It bugged me so much that I hadn’t thought it through properly the first time, that a couple of years later I decided to try and ‘fix’ it, not with tattoo removal, because after all I wanted a tattoo, but with a band aid, I was going to patch it up with something else – ink over it.
So I went to a tattoo shop and explained my predicament, and asked the tattoo guy if he could ‘do something’ with my tattoo, because I didn’t like what I had. He asked me if I wanted anything in particular, but I was very restricted by the shape, because it had to be transformed from a heart, so I said whatever he was able to do with it, I showed him the one on my shoulder, I told him what I loved about it, said perhaps he could do something ‘matching’ and then he did his thing… He inked tiny little balls inside the heart shape, that matched the one on my shoulder.
Well, I was pleased that it was different, walked out of the shop, and after having it for a few weeks I got frustrated again, people were asking me what it was on my ankle, and really I had no clue, it didn’t look like anything anymore, I couldn’t win, I had fudged my ankle…
I should have had a consultation and discussed the possibilities of my ankle transformation before I went ahead and made the change. Not only that, I learnt that trying to patch something up is not going to work, I asked him to do something small, not to go crazy, it provided a temporary solution which quickly wore off and left me at square one, only worse! This time, I had lost all direction and focus for the tattoo.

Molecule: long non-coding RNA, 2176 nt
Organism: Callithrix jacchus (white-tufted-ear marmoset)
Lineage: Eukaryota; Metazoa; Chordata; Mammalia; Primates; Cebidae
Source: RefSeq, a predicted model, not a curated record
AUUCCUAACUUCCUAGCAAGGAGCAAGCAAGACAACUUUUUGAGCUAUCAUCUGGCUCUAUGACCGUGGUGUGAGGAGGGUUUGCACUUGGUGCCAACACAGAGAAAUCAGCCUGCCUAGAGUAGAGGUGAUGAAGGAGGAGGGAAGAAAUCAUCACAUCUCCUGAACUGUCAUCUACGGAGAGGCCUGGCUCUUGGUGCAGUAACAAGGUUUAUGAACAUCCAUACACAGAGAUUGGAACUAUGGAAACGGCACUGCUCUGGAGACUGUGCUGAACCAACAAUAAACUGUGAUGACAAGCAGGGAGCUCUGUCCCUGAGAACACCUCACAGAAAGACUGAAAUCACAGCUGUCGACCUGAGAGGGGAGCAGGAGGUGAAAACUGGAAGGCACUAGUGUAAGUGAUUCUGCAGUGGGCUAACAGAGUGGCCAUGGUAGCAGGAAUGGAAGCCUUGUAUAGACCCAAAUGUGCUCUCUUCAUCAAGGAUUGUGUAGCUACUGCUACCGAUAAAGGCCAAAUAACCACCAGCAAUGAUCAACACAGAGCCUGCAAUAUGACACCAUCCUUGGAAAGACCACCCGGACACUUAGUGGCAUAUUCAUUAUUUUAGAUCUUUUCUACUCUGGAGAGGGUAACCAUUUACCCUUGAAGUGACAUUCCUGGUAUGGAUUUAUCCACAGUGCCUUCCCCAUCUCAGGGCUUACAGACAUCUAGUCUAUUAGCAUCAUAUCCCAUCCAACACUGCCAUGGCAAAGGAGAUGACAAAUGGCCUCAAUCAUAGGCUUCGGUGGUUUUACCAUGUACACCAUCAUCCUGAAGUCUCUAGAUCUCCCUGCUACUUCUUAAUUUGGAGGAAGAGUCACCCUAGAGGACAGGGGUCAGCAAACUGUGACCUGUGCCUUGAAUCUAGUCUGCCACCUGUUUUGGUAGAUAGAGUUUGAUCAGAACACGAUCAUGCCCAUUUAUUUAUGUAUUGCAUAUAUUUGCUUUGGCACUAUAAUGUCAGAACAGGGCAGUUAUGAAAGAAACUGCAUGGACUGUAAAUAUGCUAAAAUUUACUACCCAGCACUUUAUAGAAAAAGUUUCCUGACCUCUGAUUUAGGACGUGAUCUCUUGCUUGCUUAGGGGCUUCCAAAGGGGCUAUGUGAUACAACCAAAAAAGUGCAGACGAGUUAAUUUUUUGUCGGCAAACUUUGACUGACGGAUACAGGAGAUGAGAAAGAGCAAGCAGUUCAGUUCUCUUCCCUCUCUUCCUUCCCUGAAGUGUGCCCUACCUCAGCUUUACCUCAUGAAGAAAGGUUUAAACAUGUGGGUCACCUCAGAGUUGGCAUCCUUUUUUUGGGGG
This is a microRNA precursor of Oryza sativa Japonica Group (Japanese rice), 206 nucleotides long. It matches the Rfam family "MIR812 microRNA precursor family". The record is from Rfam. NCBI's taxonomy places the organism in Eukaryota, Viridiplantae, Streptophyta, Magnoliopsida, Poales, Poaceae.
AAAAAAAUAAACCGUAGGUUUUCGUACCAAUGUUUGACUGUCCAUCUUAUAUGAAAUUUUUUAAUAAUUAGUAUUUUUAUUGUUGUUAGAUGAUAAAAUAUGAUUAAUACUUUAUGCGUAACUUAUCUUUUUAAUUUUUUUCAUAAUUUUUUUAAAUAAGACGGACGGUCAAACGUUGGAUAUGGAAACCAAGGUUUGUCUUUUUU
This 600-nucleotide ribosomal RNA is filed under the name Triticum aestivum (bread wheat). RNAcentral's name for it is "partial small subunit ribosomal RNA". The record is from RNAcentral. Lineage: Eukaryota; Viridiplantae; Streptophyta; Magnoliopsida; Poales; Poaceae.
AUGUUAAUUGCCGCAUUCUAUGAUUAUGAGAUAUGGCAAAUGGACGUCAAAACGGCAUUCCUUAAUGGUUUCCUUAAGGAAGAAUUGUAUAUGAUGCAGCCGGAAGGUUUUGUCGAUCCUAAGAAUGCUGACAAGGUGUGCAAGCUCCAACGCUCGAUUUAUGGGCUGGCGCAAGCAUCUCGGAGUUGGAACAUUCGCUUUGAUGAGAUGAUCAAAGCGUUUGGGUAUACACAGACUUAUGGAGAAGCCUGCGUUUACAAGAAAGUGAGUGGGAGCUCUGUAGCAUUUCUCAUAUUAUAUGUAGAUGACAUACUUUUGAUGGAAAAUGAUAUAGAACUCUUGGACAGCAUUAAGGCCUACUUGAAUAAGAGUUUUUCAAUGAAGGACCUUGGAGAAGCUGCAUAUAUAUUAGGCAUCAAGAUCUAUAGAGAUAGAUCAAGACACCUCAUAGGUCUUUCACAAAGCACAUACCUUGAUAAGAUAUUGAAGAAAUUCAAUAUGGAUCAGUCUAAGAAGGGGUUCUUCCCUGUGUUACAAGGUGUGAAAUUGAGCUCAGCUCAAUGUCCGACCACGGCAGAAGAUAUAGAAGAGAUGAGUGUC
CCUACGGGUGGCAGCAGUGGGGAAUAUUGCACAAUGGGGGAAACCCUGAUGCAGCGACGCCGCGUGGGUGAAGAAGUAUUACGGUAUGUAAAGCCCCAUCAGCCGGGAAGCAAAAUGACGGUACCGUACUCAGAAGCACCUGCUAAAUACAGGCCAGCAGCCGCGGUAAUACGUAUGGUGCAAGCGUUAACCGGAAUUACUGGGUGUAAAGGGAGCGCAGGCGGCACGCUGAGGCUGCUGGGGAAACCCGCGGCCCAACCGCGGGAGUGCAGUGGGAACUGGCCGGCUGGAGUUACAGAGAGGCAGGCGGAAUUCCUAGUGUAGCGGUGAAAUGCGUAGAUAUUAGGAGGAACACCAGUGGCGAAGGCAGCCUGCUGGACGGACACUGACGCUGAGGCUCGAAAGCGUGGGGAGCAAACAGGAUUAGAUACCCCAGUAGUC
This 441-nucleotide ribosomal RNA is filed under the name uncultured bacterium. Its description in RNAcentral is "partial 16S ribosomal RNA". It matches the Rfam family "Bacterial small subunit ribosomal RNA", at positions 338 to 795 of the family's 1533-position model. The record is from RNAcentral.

Really think about things before you take the plunge, decide on a course of action that feels right to you, and commit to it. Don’t half-heartedly walk into business.
Always do things properly, there are no quick fixes or temporary patches – they wear off.
At age 24, after some travelling, pondering, living in a 3rd world country and starting my business “Virtual Miss Friday”, I walked again into a tattoo shop. For those of you who don’t know, my business “Virtual Miss Friday” was a variation on “Man Friday” from Robinson Crusoe. I had started to use the tagline “It’s not only Robinson Crusoe who has everything done by Friday”, and that gave me an idea. I loved my new VA business so much, that I would honour my initial mistake, with what was to be, my final visit to the tattoo shop.
I walked in and asked the ‘body artist’ if he could change the appearance of my botched ankle into something meaningful, a palm tree on a desert island, very Robinson Crusoe…I was telling the guy while he was doing it that I also loved to travel to hot countries, he said, ‘can I put a sun in’ I said yeah, go for it. Knowing it probably couldn’t get worse than it already was…
I do regret not thinking things through when I was 17, but then again, I don’t regret having that experience, and if my children happen to come to me one day, asking me if they can get a tattoo, I can redirect them to this blogpost to tell my story.
I also realised that at the end, I needed to make a drastic shift in direction in order to put this thing right, and really step out of my comfort zone. I was very afraid of what the hell would happen to my ankle after the last time, but I knew I didn’t want to live with it the way it was, and at least this time it would look like something!
Sometimes you have to take risks and accept change, even when you don’t like it. There is no going back.
Several years on I still have both my tattoos, and they remind me of the morals of this story…